Can anything kill a network? The only way to destroy Bitcoin is for people to stop mining it, or for a malicious small group to take control of 51%+ of mining power for long enough to completely change the blockchain (one reason consolidation of mining power is theoretically a problem). That said, while a 51% on Bitcoin is possible in theory, there is very little economic incentive in a 51% attack, as a group with that much mining power would almost certainly make more money keeping the system running with integrity (so, not impossible or unheard of in smaller coins, especially if the attackers are renting mining power rather than buying rigs, but not profitable in theory for a major coin like Bitcoin due to the damage it could cause and the amount of money it would take to rent/own the hardware needed to accomplish it). Also, the chances of no one in the world mining Bitcoin is near zero (unless another coin takes its place and we stretch out the arc of time long enough). Consider, even in 2010 when Bitcoin first came out there were more than enough miners. The thing to note here however is that neither a 51% attack or a drop in mining power would necessarily kill Bitcoin, it would more just cause some temporary headaches while the issue was dealt with.
Will big miners shutting down cause the price of Bitcoin to drop? A big miner may liquidate existing Bitcoin, or they may stop playing market maker (setting buy and sell orders). And, that may impact prices in the short term. However, a block is mined roughly every 10 minutes and X new coins are minted at that time no matter what, so a constant stream of new Bitcoin is always coming out as mining rewards regardless of who is mining and how much hash power is dedicated to mining. Thus, it doesn’t really affect the price if a big miner starts mining or shuts its doors. As long as miners sell every Bitcoin they mine, there will always be a steady stream of Bitcoin coming onto the market until all blocks are mined (although block rewards do get halved every few years; so less and less new Bitcoin will come to market over time). TIP: Temporary fluctuations due to hash rate aside, the only thing that affects how much Bitcoin is minted roughly every 10 minutes is halving which occurs every 4 years.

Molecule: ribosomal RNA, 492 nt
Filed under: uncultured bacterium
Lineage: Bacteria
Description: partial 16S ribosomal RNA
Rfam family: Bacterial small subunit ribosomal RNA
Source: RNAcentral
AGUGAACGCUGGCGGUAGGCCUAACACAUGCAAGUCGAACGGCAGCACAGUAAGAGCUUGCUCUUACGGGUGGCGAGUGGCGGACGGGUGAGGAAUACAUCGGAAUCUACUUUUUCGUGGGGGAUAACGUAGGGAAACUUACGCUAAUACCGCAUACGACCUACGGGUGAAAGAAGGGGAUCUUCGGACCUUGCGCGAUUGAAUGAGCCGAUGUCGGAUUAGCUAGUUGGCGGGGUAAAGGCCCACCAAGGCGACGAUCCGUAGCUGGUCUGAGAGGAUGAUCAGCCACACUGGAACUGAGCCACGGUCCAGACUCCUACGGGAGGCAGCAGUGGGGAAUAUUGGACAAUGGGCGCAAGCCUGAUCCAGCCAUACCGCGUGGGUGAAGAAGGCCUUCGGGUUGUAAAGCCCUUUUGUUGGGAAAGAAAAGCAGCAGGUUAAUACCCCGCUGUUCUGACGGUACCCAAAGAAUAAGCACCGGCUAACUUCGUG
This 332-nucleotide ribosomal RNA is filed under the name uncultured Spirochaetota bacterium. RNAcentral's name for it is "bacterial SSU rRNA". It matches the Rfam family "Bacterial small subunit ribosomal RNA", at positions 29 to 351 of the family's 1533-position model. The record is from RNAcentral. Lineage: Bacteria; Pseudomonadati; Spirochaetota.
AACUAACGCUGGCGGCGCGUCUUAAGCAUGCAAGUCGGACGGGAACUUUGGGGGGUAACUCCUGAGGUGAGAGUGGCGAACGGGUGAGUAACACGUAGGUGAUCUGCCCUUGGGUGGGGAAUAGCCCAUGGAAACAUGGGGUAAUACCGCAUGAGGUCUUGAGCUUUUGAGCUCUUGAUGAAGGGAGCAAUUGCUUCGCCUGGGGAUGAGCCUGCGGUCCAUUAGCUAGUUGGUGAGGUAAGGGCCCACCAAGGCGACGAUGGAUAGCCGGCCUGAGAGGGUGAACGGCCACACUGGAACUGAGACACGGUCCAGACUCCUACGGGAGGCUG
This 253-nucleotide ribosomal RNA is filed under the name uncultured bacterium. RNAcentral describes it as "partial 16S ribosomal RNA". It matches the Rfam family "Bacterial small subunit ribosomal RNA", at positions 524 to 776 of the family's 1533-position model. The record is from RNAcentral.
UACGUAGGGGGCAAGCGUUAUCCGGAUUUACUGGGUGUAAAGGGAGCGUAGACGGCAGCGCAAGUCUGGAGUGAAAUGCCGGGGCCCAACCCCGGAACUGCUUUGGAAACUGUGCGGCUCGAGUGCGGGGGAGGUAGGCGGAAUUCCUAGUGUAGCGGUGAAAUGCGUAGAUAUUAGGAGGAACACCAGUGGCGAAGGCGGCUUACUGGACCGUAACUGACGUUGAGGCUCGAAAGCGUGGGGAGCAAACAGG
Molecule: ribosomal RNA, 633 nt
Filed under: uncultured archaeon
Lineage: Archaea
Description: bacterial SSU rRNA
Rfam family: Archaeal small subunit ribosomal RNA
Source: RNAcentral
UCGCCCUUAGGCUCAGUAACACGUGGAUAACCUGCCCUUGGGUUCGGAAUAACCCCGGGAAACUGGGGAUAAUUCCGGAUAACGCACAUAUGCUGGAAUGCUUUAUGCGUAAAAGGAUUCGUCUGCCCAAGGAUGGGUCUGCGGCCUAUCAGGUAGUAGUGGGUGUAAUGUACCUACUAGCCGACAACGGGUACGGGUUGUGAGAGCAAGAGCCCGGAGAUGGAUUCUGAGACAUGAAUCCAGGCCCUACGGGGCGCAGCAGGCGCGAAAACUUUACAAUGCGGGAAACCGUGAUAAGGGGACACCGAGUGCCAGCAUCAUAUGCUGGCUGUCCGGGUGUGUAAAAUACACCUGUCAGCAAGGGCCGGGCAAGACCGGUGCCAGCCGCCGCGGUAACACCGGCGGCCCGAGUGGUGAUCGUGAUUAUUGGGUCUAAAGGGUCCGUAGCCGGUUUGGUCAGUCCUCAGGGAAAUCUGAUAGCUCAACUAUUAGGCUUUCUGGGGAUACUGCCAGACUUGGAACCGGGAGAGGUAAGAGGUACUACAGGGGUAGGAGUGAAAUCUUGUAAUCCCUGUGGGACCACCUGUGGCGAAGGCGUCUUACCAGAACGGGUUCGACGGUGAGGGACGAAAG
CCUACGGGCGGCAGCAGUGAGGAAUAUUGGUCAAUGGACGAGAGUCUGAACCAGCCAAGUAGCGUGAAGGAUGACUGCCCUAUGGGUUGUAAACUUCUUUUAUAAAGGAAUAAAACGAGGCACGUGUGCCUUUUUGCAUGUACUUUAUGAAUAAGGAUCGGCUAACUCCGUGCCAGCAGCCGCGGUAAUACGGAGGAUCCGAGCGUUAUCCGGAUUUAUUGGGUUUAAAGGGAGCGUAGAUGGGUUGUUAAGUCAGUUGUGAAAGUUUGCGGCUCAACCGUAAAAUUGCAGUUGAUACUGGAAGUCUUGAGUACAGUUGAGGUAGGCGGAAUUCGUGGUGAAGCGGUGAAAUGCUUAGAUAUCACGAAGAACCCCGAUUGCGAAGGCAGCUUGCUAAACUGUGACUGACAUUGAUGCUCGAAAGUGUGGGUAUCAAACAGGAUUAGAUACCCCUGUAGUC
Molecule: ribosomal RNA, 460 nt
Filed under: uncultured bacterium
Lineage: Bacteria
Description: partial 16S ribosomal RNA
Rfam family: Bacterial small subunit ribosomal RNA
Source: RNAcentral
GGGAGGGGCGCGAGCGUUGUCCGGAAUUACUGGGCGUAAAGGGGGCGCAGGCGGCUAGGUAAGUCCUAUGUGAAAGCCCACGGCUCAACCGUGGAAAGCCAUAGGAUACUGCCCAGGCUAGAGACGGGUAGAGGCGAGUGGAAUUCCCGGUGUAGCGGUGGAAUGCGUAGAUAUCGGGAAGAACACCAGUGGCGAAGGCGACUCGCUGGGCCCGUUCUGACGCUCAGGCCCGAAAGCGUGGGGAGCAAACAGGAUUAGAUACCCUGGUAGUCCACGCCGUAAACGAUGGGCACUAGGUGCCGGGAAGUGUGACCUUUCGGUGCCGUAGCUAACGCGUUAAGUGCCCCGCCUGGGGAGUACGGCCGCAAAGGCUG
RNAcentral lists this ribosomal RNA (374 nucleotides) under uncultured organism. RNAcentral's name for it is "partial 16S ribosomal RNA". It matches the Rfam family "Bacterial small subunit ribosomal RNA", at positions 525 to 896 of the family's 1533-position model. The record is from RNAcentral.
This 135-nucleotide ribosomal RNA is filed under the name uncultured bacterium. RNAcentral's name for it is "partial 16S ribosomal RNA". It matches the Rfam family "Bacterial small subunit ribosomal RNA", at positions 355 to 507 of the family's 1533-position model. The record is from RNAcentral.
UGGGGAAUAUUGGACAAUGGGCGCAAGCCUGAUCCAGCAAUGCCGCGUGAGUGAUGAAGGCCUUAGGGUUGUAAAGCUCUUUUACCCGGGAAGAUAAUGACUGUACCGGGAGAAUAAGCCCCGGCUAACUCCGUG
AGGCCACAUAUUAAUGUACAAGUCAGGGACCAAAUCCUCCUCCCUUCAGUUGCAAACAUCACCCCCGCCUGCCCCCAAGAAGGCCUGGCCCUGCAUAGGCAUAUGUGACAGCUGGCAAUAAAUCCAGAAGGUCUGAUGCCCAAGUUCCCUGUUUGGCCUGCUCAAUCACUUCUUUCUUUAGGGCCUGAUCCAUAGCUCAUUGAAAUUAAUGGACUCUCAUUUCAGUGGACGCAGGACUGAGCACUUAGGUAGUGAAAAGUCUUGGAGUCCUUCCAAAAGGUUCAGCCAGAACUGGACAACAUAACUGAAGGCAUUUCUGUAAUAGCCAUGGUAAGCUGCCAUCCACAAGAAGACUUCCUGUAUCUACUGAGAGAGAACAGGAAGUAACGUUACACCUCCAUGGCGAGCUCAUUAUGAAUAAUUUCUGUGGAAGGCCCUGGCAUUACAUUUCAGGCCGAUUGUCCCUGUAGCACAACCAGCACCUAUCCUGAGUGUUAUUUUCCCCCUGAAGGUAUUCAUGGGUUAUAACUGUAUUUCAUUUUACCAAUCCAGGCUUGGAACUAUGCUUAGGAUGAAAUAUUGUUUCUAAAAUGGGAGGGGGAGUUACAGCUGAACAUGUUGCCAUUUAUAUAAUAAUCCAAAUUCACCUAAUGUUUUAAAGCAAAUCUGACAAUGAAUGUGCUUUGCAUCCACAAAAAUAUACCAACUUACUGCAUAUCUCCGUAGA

The negatives of lower prices: The main negative of lower prices isn’t for the network or its users, it is for HODLers and the mining industry. HODLers lose value on paper, the mining industry loses money in practice (less rigs to sell, less profit from mining, etc). In words, Bitcoin going to a penny would totally change the landscape of crypto, but it wouldn’t break crypto.
Is there a maximum price ceiling? There is no maximum price at which a crypto breaks either. Difficulty adjusts as more players try to mine the more valuable coins, this only adds more computing power to the network.
Can mining costs be used to predict fair value? Despite the above mining costs do work as a decent indicator of what the fair value of a crypto should be in my opinion. At any point in history there is going to be average mining costs, and those mining costs can work as a good indicator of the overbought and oversold conditions of a crypto… but there is no hard rule that says they have to stay at any price. This is more an issue of economic theory than a practical matter.